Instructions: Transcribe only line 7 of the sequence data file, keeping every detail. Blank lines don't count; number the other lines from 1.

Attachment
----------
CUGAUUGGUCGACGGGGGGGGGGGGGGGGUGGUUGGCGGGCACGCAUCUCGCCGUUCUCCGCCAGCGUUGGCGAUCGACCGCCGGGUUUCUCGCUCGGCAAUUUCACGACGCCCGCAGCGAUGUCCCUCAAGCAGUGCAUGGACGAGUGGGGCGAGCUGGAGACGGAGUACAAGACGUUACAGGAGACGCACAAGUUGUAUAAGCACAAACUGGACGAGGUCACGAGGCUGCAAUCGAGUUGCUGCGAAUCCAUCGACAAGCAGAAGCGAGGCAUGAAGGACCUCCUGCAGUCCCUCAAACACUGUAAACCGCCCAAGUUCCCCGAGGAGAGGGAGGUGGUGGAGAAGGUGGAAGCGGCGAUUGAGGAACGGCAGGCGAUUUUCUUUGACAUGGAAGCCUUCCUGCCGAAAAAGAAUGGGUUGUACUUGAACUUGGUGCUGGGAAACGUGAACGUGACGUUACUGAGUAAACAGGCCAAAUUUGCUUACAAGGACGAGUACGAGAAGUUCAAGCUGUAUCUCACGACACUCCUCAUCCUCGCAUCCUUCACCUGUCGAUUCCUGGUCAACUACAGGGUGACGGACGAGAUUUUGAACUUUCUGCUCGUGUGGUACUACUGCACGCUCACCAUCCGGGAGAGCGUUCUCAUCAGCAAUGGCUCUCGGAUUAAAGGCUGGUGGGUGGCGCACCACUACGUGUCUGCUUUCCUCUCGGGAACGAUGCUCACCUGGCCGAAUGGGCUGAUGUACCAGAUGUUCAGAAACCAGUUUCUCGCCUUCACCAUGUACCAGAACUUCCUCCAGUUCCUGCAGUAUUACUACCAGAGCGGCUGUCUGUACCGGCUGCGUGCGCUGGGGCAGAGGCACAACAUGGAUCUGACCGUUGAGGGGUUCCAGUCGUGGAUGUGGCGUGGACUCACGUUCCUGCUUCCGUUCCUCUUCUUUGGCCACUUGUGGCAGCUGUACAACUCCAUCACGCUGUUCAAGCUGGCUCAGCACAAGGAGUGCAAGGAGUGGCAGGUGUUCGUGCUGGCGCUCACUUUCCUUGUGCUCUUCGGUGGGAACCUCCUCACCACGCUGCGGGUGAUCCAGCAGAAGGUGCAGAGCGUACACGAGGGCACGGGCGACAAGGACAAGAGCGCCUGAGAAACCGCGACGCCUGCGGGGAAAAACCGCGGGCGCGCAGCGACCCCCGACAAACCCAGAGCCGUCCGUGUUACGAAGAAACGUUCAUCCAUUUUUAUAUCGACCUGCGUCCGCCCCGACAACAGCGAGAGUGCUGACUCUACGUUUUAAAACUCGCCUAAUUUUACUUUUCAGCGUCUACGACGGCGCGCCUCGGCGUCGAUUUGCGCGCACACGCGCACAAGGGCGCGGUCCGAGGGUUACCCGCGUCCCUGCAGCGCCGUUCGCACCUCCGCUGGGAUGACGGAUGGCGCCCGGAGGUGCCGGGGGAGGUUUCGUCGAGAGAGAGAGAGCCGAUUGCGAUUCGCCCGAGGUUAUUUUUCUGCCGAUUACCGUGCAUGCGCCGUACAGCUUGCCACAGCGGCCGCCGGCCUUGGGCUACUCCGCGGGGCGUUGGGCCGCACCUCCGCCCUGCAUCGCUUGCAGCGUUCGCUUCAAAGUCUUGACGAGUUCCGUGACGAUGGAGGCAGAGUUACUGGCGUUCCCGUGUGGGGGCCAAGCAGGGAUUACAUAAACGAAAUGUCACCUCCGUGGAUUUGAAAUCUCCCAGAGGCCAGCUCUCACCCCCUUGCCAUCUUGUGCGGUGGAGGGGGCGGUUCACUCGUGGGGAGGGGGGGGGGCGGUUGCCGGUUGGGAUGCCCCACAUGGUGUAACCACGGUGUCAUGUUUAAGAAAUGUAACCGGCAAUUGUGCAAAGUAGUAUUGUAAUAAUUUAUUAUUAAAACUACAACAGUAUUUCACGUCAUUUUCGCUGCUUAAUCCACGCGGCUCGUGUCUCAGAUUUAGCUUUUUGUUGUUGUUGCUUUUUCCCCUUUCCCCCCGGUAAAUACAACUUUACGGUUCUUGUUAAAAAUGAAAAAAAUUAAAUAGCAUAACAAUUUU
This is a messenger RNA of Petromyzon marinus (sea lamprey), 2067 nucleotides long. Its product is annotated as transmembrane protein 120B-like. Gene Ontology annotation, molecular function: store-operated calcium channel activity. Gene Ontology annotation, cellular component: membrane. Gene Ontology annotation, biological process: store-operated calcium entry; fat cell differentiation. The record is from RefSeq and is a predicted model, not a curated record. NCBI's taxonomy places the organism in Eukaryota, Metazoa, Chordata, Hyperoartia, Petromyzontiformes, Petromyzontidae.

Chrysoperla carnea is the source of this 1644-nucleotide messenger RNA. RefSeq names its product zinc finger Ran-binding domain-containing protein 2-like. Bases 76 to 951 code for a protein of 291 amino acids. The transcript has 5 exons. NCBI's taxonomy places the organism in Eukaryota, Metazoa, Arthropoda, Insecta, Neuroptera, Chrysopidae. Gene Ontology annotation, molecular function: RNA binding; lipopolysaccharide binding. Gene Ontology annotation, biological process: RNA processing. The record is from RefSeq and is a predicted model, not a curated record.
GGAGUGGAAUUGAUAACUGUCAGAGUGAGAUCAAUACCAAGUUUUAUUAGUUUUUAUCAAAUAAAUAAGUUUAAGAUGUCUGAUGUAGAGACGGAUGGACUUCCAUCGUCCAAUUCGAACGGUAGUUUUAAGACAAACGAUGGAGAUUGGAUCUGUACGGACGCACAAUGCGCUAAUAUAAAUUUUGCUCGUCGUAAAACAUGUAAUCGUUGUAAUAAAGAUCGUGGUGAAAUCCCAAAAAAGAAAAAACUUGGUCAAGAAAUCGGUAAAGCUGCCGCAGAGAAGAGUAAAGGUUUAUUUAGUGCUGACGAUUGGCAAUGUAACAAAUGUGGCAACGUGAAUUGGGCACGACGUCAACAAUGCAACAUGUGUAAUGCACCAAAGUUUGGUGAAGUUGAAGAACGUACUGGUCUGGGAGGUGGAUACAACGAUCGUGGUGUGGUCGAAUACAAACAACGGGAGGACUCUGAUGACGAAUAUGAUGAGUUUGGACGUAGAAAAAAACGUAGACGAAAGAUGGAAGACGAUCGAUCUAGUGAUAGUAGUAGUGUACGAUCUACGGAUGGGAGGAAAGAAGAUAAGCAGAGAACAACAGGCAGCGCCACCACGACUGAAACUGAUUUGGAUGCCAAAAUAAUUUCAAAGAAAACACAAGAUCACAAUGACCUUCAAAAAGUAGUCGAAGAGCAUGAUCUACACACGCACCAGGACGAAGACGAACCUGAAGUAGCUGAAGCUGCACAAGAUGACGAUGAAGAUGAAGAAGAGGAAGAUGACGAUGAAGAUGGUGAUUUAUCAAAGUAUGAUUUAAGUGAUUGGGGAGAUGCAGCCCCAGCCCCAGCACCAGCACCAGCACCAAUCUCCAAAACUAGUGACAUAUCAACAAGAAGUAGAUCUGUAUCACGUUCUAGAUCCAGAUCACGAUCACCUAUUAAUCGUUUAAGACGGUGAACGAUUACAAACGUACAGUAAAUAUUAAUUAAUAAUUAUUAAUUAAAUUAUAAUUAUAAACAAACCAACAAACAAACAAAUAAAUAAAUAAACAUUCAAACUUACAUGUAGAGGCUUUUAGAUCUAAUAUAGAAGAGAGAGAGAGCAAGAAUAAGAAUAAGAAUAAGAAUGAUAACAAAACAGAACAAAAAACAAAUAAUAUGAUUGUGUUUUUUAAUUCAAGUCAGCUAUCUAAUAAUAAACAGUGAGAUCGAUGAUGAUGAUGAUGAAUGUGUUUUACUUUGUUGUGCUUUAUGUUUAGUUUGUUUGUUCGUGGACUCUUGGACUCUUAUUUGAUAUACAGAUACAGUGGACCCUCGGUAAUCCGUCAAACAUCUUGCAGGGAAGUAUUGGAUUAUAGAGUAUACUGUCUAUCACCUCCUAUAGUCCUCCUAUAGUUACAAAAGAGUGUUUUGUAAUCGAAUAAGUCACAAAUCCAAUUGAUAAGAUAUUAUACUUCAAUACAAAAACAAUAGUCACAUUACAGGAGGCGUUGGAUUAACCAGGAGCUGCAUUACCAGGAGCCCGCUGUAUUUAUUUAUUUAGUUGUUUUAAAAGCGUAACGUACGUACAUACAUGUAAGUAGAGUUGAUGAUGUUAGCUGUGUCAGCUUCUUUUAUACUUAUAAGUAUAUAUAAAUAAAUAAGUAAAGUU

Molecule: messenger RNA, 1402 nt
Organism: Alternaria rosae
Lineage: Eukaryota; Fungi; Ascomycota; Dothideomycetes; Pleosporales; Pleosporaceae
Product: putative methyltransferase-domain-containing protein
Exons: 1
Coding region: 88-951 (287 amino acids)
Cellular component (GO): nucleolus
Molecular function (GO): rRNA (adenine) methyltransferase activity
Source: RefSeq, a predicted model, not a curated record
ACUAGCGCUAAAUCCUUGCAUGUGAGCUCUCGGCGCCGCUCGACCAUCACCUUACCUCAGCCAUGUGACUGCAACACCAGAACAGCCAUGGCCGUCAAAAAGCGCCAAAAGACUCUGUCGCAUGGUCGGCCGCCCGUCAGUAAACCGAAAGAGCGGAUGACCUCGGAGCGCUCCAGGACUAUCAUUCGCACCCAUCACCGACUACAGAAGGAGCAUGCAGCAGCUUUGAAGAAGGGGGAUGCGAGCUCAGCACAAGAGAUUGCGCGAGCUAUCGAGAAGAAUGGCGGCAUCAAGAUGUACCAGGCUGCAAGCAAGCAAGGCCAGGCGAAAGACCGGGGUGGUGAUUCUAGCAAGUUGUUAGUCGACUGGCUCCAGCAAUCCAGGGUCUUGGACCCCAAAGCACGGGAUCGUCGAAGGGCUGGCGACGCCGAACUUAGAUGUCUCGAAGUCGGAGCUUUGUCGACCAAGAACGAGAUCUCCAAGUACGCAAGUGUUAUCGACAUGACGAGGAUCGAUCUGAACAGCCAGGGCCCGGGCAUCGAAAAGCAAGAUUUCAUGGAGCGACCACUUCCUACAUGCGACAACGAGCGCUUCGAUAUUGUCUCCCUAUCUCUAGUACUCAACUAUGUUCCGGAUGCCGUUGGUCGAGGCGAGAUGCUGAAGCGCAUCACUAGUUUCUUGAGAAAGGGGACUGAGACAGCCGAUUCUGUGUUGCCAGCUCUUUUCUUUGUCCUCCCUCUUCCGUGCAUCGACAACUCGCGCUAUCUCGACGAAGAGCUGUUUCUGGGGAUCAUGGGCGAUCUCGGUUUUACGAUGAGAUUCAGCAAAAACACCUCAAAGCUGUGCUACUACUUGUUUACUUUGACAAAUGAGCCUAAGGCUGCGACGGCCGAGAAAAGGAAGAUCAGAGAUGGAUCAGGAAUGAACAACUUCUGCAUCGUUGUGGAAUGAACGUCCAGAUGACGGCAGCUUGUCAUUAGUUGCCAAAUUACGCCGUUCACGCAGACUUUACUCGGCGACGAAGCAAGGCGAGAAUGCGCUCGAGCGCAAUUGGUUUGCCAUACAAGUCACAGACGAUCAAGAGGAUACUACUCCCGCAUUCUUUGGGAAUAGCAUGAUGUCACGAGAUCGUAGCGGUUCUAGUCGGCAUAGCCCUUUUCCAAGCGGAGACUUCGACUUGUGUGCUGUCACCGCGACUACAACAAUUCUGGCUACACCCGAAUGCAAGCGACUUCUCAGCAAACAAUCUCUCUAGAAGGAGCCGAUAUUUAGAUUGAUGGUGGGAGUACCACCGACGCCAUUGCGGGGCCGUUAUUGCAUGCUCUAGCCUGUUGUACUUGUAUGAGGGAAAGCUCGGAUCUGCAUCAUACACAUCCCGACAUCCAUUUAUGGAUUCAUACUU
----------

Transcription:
Lineage: Eukaryota; Fungi; Ascomycota; Dothideomycetes; Pleosporales; Pleosporaceae